You can charge the attendee, which communicates that the information is exclusive and important. It can also enhance the person’s commitment to attending. One of the unfortunate outcomes of all these weighty registration lists is that the percentage of no-shows has gone through the roof.
Making the event free to the attendee could still be an option, long-term, if an able-bodied team proves proficient at selling sponsorships. Then the trick is to deliver the robust, qualified leads those brands are expecting in return.
Pump Up the Engagement
Regardless of who pays for the event, the expectation is that it will be something that keeps everyone glued to their seats and screens. Robin Farmanfarmaian, professional speaker, entrepreneur and author of Facilitating Virtual Events: Driving Participant Engagement, lives by the 60/40 Rule for virtual events—60 percent content, 40 percent interactivity. She suggests circuit training by rotating through a routine of fun activities that will exercise attendee minds and funny bones.
“Design based on the 60/40 Rule—60 percent content, 40 percent interactivity.”
Mighty Trivia. Both audiences can play using an app. Bonus: You can track who has been listening…and who has not.
Mixology and cooking demos. At-home attendees can cook along if ingredients are sent to their doorstep in advance. Bonus: This engages all the senses.
Family Feud-style challenges: Teams work together to guess how their peers responded to questions. Bonus: Breakout rooms allow smaller groups to network more intimately.
Scavenger hunts. Items can be serious, funny, common, obscure, physical or found online. Bonus: They engage the body by getting attendees to move around.
Costume or dress attire. Whether Santa hats or tiaras, when everyone is donning the same headgear, it makes the boxes more interesting. Bonus: If they make it themselves, they get to ride the power of pride of workmanship.
Caricature or sketch artist. These visual reminders of the content shared is a fun way to capture the meeting in bright colors. Bonus: Send the resulting PDF as a reminder of the meeting’s goals.
Icebreakers. Instead of awkward, free-form networking where people are put in a Zoom room or asked to make small talk with the people at their table, give them questions to answer. Bonus: Responses could lead to future meeting-content ideas.
Want to really wow audiences at home and in the convention center of the future? Dana Larson, vice president of experiential content with Freeman, suggests stealing tricks from “shoulder industries” like award shows and sporting events. To make your next production the Oscars or Superbowl of your industry, try the following.
“The value of the educational materials presented is the most important element. It’s got to be the best of the best.”
Dynamic camera angles: Zoomed-in camera angles offer close-up views to both audiences.
Compelling hosts: In-person emcees can keep the event moving. Virtual hosts engage the online audience with the enhanced communication needed when visual cues aren’t available.
Broadcast booth: Dedicated on-site hybrid areas for activities such as live interviews increase engagement for live and online audiences.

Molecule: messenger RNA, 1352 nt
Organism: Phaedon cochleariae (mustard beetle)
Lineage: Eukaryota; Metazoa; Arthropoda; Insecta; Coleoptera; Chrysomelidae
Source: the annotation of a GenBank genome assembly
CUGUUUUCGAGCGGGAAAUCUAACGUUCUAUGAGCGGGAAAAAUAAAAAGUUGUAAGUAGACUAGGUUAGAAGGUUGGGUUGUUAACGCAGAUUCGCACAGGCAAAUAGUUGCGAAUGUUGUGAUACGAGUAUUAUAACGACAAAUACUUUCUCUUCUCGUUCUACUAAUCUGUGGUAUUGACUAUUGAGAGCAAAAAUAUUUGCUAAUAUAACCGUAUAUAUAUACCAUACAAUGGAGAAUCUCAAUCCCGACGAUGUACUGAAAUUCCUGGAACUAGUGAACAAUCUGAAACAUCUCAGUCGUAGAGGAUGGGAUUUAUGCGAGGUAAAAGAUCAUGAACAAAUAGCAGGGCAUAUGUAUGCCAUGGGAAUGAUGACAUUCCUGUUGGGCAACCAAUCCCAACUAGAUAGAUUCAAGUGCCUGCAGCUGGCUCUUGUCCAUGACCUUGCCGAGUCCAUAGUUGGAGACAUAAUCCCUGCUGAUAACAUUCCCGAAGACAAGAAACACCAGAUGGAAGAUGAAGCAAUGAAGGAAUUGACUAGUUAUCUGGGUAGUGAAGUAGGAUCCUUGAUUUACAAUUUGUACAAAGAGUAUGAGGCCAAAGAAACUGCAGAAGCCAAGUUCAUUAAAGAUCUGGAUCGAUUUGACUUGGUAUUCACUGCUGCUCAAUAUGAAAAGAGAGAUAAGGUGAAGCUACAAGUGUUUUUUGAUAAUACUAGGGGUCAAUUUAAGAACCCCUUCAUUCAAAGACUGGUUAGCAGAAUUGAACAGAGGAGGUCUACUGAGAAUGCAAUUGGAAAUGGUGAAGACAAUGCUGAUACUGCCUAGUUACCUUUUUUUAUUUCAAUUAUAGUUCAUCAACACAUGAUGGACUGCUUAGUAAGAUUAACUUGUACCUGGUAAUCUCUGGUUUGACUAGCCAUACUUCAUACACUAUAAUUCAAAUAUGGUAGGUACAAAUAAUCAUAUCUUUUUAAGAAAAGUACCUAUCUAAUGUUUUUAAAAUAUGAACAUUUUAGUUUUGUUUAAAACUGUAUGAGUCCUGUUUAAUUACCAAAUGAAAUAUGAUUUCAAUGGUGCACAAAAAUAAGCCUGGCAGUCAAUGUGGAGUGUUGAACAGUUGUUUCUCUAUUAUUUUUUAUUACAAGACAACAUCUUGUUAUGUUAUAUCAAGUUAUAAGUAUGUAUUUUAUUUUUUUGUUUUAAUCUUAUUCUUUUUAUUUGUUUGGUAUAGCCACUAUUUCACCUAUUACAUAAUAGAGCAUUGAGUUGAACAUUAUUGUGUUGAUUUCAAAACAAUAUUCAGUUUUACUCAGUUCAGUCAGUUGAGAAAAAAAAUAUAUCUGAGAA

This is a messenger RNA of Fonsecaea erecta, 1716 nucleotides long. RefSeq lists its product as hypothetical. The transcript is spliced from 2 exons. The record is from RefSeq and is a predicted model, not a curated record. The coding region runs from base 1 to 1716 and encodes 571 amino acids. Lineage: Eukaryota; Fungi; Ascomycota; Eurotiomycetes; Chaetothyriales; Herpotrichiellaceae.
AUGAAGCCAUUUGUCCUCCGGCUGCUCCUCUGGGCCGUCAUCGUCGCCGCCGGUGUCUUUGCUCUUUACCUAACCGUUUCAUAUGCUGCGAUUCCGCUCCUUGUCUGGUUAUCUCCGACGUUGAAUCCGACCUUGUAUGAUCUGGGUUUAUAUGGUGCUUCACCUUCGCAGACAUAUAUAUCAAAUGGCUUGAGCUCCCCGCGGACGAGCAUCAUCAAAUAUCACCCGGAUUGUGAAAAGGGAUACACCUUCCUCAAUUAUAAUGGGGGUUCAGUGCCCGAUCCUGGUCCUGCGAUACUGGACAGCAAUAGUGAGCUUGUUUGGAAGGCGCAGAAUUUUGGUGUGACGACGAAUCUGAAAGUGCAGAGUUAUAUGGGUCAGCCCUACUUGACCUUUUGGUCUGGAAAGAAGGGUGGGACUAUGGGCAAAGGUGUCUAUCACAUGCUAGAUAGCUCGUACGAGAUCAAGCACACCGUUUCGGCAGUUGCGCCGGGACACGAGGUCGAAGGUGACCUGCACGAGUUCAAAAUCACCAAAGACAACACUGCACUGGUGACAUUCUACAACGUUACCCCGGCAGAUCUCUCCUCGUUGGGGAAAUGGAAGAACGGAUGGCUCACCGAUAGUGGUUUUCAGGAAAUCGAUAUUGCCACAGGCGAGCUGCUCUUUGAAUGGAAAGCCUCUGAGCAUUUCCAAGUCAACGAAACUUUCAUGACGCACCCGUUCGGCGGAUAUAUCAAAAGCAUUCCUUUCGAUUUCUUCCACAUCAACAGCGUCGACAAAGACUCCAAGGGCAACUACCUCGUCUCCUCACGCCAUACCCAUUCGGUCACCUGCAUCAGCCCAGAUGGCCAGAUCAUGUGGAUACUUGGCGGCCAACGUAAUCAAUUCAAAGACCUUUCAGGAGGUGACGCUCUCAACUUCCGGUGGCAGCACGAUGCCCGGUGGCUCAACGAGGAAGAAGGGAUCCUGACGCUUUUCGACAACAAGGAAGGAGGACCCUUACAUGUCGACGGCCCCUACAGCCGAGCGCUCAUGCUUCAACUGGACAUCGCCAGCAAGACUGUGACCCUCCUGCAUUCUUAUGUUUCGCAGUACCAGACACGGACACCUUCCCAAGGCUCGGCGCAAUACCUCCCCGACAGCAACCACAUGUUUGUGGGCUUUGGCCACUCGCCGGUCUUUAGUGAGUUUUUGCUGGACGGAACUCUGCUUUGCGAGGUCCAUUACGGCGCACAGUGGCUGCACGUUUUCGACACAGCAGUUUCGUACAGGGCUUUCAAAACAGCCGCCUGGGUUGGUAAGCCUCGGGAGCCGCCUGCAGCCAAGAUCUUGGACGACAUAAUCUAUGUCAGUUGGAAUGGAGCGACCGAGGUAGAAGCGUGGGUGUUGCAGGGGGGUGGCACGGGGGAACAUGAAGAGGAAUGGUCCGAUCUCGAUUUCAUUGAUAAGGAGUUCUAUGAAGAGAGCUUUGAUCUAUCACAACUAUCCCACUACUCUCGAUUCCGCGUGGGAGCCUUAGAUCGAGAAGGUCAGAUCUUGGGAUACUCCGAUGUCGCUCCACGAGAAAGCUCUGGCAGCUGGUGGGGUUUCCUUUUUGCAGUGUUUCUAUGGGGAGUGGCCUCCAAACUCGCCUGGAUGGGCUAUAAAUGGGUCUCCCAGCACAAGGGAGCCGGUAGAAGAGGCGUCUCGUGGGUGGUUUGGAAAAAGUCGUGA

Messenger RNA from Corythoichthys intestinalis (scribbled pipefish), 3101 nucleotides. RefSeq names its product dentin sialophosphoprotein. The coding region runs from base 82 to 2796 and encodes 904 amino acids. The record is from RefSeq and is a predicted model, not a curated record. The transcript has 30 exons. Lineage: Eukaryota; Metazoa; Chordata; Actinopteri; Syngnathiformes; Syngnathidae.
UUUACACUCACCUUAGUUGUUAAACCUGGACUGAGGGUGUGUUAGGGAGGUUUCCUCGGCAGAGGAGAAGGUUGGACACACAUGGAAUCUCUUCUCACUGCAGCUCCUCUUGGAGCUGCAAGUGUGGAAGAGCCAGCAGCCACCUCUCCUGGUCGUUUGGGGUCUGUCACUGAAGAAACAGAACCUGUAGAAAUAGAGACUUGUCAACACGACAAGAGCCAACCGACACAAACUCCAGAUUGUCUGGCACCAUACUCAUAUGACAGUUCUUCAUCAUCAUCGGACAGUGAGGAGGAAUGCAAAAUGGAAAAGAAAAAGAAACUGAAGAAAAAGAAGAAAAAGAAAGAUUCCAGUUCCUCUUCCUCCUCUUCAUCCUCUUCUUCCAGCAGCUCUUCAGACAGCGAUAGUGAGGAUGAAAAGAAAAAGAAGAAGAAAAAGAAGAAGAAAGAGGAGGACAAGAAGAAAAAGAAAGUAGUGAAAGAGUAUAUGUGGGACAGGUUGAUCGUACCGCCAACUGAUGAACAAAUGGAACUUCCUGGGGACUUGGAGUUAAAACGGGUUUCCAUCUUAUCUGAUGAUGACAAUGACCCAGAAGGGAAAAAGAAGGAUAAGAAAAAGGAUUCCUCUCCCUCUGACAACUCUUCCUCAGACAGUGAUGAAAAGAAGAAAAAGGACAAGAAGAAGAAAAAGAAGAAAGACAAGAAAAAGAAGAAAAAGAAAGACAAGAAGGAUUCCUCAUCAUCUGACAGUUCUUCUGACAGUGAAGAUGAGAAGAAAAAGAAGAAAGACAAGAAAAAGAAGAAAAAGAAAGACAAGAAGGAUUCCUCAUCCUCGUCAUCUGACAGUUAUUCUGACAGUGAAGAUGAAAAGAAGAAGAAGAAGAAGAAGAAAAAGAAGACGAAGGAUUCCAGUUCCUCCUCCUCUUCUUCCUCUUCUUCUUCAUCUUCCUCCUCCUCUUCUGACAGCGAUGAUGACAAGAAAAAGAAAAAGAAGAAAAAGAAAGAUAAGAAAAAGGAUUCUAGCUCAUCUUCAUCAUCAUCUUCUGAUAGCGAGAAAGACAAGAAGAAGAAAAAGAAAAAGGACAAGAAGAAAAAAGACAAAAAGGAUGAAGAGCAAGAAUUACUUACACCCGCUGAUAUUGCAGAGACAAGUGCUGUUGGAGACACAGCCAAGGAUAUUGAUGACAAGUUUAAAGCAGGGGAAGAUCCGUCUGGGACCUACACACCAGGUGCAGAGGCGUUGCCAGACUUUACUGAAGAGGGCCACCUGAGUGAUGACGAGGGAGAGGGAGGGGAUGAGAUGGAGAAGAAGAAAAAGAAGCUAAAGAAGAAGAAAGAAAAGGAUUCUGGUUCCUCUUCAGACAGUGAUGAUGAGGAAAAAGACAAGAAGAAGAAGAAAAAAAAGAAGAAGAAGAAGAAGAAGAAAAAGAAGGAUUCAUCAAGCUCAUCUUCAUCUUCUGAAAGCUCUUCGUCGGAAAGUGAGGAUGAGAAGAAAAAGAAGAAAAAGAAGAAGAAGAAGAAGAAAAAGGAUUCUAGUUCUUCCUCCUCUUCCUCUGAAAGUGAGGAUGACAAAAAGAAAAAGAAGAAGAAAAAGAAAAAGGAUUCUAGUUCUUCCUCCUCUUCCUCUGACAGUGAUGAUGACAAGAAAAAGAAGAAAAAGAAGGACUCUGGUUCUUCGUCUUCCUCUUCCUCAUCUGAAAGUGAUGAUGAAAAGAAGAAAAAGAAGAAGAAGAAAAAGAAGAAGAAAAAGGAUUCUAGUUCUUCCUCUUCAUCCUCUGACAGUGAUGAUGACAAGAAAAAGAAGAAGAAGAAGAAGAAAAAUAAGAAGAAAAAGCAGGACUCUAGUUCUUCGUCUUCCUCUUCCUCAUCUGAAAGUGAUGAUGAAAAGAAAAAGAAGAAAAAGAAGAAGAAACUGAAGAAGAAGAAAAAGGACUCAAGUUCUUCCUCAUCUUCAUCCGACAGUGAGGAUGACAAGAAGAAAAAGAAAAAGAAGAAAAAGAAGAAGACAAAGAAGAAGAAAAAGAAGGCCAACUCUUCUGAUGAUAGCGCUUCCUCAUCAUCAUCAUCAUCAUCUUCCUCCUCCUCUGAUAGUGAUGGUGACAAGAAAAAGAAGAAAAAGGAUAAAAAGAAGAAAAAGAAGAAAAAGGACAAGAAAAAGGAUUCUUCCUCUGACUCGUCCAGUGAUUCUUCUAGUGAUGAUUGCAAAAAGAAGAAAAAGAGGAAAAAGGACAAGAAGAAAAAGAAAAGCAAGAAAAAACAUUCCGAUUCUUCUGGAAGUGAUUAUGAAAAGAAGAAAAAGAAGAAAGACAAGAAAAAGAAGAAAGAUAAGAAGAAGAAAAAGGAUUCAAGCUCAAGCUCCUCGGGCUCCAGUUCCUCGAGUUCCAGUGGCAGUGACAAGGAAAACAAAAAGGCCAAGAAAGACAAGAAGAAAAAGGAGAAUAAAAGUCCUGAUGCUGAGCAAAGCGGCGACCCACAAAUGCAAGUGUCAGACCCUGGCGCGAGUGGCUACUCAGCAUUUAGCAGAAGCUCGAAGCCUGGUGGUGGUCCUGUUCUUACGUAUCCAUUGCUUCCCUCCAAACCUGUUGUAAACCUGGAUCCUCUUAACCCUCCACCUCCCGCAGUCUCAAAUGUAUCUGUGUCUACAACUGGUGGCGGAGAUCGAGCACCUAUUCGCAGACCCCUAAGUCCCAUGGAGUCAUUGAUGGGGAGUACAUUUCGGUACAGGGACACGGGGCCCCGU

Star-quality content: The value of the educational materials presented is the most important element. It’s what brings people to events and keeps them there. It’s got to be the best of the best.
To win, you have to coordinate all the muscles you have built to pull off a powerful program that stands strong on both the virtual and in-person side of the screen.
“Throw out everything you thought you knew and find inspiration from outside sources.”
Digital consultant Nick Borelli has been thinking about how to whip the industry into shape for quite some time. He co-designed EventHack Hybrid Games, along with Socio and Endless Events, a program designed to raise the proficiency of the industry by fielding teams of meeting professionals (72 participants in all) against each other in a Shark Tank-style competition.
Be flexible, he advises. And shift to design thinking. That enables you to be a problem-solver and change agent. Throw out everything you thought you knew and find inspiration from outside sources. Those sources could be as diverse as esports, Peloton and Netflix. We get to write the rule book for virtual.
He suggests thinking about the virtual side of hybrid events as if you’re lifting weights. We have had arm days for years but neglected our legs. Virtual demands building new muscles.
In Borelli’s view, physical and virtual events each have weaknesses and benefits. In-person events excel at experiential aspects because they are rich in sensory experience. But the opportunity in streaming content is the power of emotional storytelling—because you control the eye with the lens.
One is a tactile world of trust-building; the other is an emotional pull. That’s why a 30-second commercial can bring a tear to the eye, but shaking someone’s hand and getting a business card at a trade show doesn’t. It is still powerful, but it triggers different feelings—connection and comfort, to name two.
When well-balanced, hybrid meetings create a community that engages both of those things—and even cross-pollinates. Play to the strengths of each, so the people on either side want what’s on the opposite side.
We always needed both, but it took this pandemic scenario to force us to use them both, he concludes. You don’t innovate when things are good. Evolution doesn’t happen without pain. Now we have a reason to create the future of experiences in hybrid.